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The Numbers Add Up: Various Components of Potential Damage Award in Childhood Sexual Abuse Cases Can Reach Significant Totals

April 25, 2016

The scope and nature of damages in childhood sexual abuse cases brought against institutional and other defendants is broader than one might expect.

Some of the damages caused by childhood sexual abuse have long been recognize -- horrific physical violation and a lifetime of feelings of terrible shame, guilt and secrecy that can permeate every aspect of an abused person’s life.

Other aspects of damages, however, are not as well known.  There are strong correlations, detailed in the medical literature, between childhood sexual abuse and the development of bipolar syndrome; the development of issues with authority figures, potentially leading to future legal problems, incarceration or work-related issues with bosses/supervisors; the development of substance abuse problems and suicidal intent; the development of school-related academic and discipline problems; and the subsequent inability to form strong, lasting or emotionally satisfying emotional bonds with parents, children, spouses and significant others.  All of these may be significant components of a damage award.  Moreover, since child sexual abuse occurs, by definition, at an early age, the damage can last for upwards of 70 or more years.  This can be devastating to the victims — direct and indirect — of childhood sexual abuse.  It can also be exceedingly costly to defendants.

In addition to compensatory damage awards, punitive damages are potentially available if a claim for recklessness is pursued successfully.  In Connecticut, punitive damages are limited to the amount of attorneys’ fees and litigation costs awarded.

The Offer of Compromise statute can add materially to a damage award. Pursuant to Section 52-192a(b) of the Connecticut General Statutes, if the plaintiff files an Offer of Compromise within 18 months of the commencement of the action, and the defendant rejects that Offer of Compromise, and the plaintiff then goes on to recover an amount equal to or greater than the amount of the Offer to Compromise, then the plaintiff will be entitled to 8% interest per annum on the compensatory amount recovered, computed from the date the Complaint was filed to the date of judgment.  Prejudgment Offer of Compromise interest can also be applied to the amount of punitive damages/attorneys’ fees and costs awarded at a rate of 8% per year, calculated from the date the Complaint was filed until the date of entry of judgment.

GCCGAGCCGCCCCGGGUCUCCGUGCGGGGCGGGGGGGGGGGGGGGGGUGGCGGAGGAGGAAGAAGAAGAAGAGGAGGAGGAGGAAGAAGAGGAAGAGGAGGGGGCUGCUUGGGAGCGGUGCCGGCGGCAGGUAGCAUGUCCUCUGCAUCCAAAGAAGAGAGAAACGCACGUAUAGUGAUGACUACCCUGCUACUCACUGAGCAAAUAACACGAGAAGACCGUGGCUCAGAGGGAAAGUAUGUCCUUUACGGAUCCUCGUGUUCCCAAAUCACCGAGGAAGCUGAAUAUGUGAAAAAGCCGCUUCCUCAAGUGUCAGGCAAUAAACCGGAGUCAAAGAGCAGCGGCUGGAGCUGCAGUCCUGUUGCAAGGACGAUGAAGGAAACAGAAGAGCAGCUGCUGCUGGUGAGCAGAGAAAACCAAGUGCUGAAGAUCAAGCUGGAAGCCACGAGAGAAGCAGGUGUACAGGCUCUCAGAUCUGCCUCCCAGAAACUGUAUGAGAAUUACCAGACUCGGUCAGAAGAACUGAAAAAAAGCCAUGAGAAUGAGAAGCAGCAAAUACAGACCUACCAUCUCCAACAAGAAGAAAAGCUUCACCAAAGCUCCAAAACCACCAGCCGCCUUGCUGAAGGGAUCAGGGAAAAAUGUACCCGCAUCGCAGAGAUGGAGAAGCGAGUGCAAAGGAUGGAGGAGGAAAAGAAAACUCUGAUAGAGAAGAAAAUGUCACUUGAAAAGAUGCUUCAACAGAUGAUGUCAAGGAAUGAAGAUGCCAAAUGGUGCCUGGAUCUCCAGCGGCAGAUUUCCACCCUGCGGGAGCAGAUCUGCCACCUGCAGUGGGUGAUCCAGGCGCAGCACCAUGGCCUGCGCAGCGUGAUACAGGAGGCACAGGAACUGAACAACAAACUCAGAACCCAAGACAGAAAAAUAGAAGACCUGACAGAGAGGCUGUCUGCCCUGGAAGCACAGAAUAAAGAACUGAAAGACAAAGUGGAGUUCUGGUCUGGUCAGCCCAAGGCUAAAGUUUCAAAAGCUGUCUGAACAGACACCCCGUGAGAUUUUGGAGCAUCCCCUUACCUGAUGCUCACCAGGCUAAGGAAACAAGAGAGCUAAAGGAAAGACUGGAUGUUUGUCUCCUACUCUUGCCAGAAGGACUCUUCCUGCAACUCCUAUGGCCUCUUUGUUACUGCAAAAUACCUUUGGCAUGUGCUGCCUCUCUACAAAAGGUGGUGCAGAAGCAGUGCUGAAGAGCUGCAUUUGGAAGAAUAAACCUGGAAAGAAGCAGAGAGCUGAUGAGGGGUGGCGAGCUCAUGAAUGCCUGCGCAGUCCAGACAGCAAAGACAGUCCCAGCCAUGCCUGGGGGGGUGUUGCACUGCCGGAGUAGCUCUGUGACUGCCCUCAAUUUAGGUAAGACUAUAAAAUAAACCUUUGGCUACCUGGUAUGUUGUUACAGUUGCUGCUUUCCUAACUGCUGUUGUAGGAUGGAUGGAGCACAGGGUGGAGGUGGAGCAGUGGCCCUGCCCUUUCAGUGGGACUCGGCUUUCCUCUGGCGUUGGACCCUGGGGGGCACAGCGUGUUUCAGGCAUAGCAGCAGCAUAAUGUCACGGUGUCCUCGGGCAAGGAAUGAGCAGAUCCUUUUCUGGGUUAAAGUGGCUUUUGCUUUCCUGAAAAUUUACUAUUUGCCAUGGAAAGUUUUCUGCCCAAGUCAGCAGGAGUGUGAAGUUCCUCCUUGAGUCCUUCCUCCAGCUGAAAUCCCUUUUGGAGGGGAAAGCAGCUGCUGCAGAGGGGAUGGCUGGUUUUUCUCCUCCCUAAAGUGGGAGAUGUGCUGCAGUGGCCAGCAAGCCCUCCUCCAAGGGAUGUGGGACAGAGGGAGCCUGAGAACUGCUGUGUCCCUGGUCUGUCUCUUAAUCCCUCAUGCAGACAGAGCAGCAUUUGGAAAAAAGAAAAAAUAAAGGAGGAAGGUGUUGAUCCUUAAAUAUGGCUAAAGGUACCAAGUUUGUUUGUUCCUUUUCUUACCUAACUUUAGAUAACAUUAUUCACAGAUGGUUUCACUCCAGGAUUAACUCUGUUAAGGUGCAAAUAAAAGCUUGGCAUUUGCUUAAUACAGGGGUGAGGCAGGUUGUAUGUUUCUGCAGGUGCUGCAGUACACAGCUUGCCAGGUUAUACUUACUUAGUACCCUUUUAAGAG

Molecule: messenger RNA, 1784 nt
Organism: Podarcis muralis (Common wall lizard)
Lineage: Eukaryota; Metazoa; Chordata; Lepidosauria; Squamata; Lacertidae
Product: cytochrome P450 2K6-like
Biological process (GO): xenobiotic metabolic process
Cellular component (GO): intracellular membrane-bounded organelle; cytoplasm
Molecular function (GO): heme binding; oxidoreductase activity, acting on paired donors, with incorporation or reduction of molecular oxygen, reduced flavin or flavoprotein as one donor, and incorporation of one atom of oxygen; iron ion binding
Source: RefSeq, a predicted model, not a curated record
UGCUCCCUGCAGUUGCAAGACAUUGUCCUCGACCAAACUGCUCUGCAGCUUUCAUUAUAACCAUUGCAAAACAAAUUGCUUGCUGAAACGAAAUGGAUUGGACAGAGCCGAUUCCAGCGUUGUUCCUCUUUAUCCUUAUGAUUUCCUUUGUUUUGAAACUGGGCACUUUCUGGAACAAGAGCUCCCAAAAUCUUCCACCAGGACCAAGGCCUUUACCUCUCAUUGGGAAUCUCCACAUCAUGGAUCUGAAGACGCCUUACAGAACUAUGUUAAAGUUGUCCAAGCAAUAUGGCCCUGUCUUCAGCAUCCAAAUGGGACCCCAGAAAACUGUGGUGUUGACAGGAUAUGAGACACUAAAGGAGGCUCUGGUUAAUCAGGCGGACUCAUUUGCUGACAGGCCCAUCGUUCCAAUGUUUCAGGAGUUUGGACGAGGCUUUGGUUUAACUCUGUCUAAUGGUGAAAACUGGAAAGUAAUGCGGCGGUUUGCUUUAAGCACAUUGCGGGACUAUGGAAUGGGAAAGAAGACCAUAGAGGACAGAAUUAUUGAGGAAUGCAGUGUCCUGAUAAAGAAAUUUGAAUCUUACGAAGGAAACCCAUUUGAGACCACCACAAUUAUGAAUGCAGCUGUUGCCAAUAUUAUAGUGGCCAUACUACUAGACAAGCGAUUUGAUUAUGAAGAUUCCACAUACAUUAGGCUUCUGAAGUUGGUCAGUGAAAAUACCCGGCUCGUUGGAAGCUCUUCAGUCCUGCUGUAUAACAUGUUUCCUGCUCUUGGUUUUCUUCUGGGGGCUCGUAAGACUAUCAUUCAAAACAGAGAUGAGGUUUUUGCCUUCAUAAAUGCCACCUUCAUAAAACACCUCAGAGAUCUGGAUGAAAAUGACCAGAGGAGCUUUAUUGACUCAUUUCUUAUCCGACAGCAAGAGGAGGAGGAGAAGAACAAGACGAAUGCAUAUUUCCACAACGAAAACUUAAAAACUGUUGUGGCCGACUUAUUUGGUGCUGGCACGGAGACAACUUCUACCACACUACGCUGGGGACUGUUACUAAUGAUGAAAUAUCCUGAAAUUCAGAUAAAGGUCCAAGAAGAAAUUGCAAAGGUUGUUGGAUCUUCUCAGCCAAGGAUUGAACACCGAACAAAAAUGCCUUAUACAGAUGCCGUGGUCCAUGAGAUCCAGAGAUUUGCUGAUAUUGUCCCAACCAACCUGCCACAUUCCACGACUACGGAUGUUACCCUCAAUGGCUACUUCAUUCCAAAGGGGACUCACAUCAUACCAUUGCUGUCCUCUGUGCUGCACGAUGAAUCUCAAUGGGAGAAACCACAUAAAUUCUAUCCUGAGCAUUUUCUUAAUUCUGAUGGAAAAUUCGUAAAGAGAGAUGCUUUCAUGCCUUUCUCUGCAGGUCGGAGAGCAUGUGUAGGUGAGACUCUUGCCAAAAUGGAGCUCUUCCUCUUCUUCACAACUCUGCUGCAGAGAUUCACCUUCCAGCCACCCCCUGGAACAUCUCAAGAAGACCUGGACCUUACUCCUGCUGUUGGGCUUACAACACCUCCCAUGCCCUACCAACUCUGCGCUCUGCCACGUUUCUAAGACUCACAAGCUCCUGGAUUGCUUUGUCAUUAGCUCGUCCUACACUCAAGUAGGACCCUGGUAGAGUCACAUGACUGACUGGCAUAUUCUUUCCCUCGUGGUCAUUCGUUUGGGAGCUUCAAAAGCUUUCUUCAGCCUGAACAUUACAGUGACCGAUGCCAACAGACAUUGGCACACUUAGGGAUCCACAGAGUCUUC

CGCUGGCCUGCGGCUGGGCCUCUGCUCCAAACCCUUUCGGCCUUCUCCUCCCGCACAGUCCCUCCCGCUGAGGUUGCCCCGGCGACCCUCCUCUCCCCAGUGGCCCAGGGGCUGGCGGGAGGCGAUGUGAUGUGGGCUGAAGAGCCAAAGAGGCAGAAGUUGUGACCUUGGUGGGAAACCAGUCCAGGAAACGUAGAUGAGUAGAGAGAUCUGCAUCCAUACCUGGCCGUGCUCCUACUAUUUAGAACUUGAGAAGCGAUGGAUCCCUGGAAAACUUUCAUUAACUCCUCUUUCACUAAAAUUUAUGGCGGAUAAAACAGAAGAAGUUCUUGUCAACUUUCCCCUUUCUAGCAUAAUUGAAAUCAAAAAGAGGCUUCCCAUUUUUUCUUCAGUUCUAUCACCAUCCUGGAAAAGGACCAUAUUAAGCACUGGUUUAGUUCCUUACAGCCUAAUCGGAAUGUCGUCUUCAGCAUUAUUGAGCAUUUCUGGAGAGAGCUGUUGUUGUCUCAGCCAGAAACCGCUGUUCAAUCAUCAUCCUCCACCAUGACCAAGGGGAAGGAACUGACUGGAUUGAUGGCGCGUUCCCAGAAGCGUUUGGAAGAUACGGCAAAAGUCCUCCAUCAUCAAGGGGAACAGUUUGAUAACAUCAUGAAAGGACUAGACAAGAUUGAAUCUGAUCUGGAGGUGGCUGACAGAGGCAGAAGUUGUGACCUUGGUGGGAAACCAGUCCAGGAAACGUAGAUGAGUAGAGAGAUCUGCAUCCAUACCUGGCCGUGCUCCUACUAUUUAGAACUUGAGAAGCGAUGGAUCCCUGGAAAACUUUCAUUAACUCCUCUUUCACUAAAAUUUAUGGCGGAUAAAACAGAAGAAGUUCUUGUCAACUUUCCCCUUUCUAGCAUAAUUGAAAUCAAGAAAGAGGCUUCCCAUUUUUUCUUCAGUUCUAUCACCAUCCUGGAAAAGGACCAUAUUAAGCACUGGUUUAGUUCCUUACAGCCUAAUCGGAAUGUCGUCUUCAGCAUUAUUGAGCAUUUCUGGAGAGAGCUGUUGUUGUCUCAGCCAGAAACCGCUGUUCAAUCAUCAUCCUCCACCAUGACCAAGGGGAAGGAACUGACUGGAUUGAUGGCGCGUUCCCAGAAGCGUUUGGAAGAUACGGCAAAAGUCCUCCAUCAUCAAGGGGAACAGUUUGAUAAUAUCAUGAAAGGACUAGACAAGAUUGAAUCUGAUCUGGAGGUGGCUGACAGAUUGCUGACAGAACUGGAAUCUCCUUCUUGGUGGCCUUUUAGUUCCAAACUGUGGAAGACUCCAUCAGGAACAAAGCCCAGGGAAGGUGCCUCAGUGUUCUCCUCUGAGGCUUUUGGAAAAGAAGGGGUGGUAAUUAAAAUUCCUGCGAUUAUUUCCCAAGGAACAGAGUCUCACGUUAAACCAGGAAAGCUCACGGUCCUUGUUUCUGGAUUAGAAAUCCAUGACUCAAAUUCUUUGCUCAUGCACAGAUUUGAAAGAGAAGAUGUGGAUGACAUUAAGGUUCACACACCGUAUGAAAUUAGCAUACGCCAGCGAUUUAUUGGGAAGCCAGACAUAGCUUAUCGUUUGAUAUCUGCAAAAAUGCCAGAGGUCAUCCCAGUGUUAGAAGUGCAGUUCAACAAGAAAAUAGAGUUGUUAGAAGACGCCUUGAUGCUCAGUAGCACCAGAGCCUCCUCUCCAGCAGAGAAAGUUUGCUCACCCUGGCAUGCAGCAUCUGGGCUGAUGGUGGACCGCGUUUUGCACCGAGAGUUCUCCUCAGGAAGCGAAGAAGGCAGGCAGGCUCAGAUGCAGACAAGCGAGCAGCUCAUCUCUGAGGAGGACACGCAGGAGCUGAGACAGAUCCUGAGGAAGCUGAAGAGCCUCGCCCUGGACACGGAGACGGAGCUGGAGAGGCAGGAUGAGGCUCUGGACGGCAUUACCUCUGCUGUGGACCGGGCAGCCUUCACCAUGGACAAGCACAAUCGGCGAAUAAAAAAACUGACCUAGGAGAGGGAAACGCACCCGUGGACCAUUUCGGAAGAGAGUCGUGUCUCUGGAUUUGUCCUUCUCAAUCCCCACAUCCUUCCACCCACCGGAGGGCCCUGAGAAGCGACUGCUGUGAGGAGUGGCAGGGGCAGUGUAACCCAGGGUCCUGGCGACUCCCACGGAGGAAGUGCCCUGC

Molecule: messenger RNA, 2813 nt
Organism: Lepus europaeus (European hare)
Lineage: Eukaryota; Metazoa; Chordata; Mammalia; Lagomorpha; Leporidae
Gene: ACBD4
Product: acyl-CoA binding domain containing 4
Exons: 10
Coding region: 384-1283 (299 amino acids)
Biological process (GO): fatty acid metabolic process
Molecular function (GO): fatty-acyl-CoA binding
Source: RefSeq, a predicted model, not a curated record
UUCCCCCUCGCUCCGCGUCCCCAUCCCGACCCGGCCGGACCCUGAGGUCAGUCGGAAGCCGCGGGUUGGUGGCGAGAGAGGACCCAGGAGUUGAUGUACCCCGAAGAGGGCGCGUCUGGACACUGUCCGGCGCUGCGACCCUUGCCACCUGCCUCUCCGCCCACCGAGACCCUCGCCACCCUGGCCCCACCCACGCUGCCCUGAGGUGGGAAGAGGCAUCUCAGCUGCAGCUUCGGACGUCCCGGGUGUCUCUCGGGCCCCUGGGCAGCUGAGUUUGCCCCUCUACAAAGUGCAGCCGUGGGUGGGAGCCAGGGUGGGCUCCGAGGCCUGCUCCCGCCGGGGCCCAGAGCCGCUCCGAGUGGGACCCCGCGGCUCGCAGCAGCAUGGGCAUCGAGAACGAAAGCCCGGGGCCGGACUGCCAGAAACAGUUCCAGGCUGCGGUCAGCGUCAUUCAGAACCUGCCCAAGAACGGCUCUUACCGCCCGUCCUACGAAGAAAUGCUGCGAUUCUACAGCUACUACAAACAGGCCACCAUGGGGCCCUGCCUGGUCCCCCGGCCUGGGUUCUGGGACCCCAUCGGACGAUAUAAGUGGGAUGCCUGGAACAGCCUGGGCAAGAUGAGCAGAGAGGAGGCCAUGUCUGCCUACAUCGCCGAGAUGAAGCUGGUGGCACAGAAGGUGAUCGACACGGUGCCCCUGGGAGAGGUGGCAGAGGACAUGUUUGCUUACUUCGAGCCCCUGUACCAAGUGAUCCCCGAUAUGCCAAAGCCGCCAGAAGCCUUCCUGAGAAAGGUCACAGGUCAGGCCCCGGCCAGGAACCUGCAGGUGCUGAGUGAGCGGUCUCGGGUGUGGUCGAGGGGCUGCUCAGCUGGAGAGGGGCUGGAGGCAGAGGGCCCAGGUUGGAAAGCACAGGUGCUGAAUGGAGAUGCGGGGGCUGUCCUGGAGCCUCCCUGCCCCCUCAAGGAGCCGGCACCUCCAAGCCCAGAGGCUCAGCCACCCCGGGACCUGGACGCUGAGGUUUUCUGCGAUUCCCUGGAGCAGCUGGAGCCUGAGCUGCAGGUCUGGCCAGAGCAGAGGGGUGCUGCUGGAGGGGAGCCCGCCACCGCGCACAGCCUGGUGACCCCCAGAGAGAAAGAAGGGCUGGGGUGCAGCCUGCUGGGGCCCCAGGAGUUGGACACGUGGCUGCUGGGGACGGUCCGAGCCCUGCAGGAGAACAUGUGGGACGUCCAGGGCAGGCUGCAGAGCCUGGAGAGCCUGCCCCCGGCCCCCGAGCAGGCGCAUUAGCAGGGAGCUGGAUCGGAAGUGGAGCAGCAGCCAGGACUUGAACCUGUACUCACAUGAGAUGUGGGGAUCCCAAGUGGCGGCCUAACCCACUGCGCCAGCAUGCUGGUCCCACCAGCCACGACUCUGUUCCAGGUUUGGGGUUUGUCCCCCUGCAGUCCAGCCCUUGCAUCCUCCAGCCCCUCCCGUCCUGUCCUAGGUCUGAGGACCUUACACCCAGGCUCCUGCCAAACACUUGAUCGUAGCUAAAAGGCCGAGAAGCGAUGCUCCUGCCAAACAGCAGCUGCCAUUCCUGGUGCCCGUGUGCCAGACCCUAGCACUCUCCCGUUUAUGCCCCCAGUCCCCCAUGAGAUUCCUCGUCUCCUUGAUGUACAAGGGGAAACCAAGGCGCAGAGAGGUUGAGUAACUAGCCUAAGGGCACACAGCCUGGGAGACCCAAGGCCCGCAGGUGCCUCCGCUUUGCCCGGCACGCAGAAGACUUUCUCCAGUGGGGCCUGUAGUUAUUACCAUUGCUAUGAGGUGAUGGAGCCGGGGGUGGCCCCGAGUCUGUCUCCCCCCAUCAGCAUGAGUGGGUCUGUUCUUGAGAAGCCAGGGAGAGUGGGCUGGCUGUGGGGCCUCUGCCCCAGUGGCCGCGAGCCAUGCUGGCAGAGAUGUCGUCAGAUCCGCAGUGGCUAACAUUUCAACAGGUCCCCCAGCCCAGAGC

Additionally, Connecticut General Statutes §37-3b provides that for causes of action arising on or after May 27, 1997, a plaintiff is also entitled to post-judgment interest on the amount of the compensatory damages judgment of a negligence action at the rate of 10% per year, starting 20 days after the date of judgment. (For causes of action arising before May 27, 1997, the award of post-judgment interest is discretionary with the Court and permits an award of up to 10%. Connecticut General Statutes §37-3a). A plaintiff would also be entitled to post-judgment interest at the rate of 10% per year on the full amount of the punitive damages judgment, starting on the date of the judgment.

All told, damages for the sexual abuse of a child can add up quickly to significant amounts. If the enormity of the harm done to children is not enough to deter a potential defendant, then the extensive financial exposure a defendant may face should serve as a powerful financial incentive for institutions to take reasonable steps to keep children participating in their programs safe from sexual predators.

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